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Royal Wedding Fever

London, 29/04/2011. The Royal Opera House, Covent Garden. The Tsar’s Bride. Nicolay Andreyevich Rimsky-Korsakov, music. Paul Curran, director. Kevin Knight, set and costume design. David Martin Jacques, lighting design. Johan Reuter, (Grigory Gryzanoy), Alexander Vinogradov (Grigory Malyuta-Skuratov), Vasily Gorshikov (Yesiley Bomelius), Dmitri Popov (Ivan Likov), Ekaterina Gubanova (Lyubasha), Andrew O’Connor (a young lad), Marina Poplavskaya (Marfa Sobakina), Jurgita Adamonyte (Dunyasha), Anne-Marie Owens (Petrovna), Paata Burchuladze (Vasily Sobakin), Elizabeth Woollett (Domna Saburova), Louise Armit (a girl), Jonathan Coad (the Tsar’s stoker). Renato Balsadonna (chorus director). Sir Mark Elder, conductor
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Following Alexander Litvinenko’s death due to Polonium poisoning in November 2006, the British media was rife with stories exploring the murky underbelly of contemporary Russia: a world of corruption, betrayal, dirty-dealings, private killings and unimaginable wealth. As many commentators were quick to point out, it signified a strange reversal to the horrors and inequality of past times – a sense that, in Anna Politkovskaya’s words, “[Russia] is hurtling back into a Soviet abyss… total servility to Putin. Otherwise, it can be death, the bullet, poison, or trial - whatever our special services, Putin's guard dogs, see fit.” Soviet times, she suggests - or perhaps before.

In his new production for the Royal Opera House, director Paul Curran takes this idea and runs with it. His staging of The Tsar’s Bride updates the action to the world of modern Russian plutocracy, a society dominated by the forces of money, power, and brutal self-interest. The opera itself is ostensibly inspired by the life of Ivan the Terrible and recounts the search by the Tsar for his ideal wife amongst the nation’s beauties; as it transpires, his eventual choice, Marfa, is also beloved of Gryaznoy, the head of the secret police. Both Marfa and Gryaznoy have partners, and when his mistress Lyubasha learns of his infatuation, she purchases a lethal potion (in exchange for sex) with which she murders Marfa, only for her fiancé Lykov to be executed for the poisoning. The opera ends in a gruesome bloodbath worthy of Tarantino and it was an inspired choice to update this grisly tale to one with such unsettling contemporary resonances.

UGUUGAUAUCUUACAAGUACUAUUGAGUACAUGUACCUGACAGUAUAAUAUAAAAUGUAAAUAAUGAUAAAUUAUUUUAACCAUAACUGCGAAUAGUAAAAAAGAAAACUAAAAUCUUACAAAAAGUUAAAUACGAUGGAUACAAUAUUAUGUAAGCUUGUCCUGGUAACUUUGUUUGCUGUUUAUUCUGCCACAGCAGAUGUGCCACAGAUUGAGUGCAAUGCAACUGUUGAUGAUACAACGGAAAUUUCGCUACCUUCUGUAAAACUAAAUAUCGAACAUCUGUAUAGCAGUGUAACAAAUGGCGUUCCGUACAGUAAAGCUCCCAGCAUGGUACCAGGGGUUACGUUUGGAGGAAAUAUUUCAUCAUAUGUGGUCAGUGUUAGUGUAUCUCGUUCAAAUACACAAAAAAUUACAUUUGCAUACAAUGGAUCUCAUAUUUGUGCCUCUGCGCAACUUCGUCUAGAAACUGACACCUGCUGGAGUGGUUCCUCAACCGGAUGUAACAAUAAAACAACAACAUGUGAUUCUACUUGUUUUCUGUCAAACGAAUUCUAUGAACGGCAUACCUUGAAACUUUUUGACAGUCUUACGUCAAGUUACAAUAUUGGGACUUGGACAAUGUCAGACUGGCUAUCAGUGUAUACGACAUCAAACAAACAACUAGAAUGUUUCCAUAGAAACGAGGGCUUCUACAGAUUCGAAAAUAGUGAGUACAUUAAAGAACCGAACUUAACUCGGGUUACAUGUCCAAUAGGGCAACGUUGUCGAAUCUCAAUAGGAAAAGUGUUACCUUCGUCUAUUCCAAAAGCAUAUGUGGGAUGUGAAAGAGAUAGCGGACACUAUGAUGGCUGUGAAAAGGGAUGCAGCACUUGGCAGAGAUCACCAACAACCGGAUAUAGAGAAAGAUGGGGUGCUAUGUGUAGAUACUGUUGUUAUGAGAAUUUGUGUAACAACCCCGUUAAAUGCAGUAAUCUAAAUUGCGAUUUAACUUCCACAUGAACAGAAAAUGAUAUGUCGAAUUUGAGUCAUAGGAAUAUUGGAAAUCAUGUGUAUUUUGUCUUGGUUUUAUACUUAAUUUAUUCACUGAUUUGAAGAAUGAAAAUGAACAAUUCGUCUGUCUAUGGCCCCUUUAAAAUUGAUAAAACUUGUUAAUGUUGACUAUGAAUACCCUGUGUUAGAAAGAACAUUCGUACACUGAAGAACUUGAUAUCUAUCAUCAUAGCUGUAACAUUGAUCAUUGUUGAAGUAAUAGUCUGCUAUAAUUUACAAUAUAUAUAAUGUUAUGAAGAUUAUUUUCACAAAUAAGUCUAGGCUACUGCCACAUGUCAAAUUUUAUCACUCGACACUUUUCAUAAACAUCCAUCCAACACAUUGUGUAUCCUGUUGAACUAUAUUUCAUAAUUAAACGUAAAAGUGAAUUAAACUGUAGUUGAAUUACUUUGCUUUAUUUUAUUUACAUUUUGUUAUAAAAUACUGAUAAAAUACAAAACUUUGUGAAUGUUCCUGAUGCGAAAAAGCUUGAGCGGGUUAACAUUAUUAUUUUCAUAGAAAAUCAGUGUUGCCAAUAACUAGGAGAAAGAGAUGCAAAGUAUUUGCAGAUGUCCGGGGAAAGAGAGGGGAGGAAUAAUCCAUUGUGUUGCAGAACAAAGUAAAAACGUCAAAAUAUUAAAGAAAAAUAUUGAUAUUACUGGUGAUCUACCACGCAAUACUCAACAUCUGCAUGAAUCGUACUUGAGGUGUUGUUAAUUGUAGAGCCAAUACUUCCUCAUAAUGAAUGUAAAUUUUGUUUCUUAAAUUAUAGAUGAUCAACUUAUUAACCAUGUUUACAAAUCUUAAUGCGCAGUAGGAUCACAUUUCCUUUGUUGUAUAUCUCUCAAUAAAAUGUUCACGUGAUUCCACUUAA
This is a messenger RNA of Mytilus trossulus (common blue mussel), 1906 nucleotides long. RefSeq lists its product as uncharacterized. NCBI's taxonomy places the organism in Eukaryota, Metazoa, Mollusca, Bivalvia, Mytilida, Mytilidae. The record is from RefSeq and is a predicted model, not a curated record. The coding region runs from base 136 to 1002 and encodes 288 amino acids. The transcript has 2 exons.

The precise details of the revision remain unspecified: whether the Tsar represents Putin and the Oprichniki (secret police) his henchman, or rather they are an oil billionaire and his mafia chums is ultimately unimportant. They are the people in power. The set designs by Kevin Knight are superb and indeed at one moment the audience audibly gasped at the staging’s visual ingenuity. The opening scene features a late-night cocktail bar where ballerinas are replaced by lap dancers and torture victims are disposed of like yesterday’s recycling; the succeeding act takes us to a gritty scene of contemporary poverty which could be on a different planet. Most startling was the third act taking place by a rooftop swimming pool with a cinematic projection of the Moscow skyline – a real theatrical coup. The last act took us to the shimmering gold of the Tsar’s palace in which the logic of self-interest and shameless violence founds its inexorable denouement. All in all, a smart idea expertly realised – I hope there’s a DVD.

Musically this was one of the most satisfying evenings at Covent Garden in months, and was much more strongly cast than last year’s disappointing Tsarina’s Slippers. As Gryaznoy, Johan Reuter once again demonstrated his fantastic dramatic voice and instinctive musical flair, with particularly fine singing in his opening expression of love and the final showdown. As Lyubasha, Ekaterina Gubanova gave the evening’s standout performance: her unaccompanied first act aria was hypnotic and throughout she displayed her terrific full-bodied timbre, technical nous and effortless musical charisma. A graduate of Covent Garden’s young artist programme, she has since made significant debuts at the Metropolitan Opera and elsewhere and should be first choice for Amneris or Eboli in future revivals. Olga Borodina’s successor may have arrived.

In the role of Marfa, Marina Poplavskaya gave a predictably sophisticated, involving performance. As I have made clear before, her strangulated tone and thin upper register have never made her a favourite of mine, but she undoubtedly possesses musical and dramatic instincts and she offered an appropriately poetic interpretation of a part she considers her signature role. The final mad scene made me intrigued by her Violetta in the autumn. As her fiancé, Dmitri Popov revealed a voice of unusual beauty used with great discrimination, and Paata Burchuladze offered similarly refined singing.

As in Fidelio, the evening was conducted by Sir Mark Elder who delivered in his usual style. The score of The Tsar’s Bride is always enjoyable and frequently beautiful (if lacking a ‘big number’ as memorable as those in Evgeny Onegin) and Elder gave full rein to the orchestra’s wide palette of colours. The numerous dances were charmingly delivered and set the seal on a very fine evening both musically and dramatically. A revival in a few years would be welcome indeed.



Este artículo fue publicado el 05/08/2011

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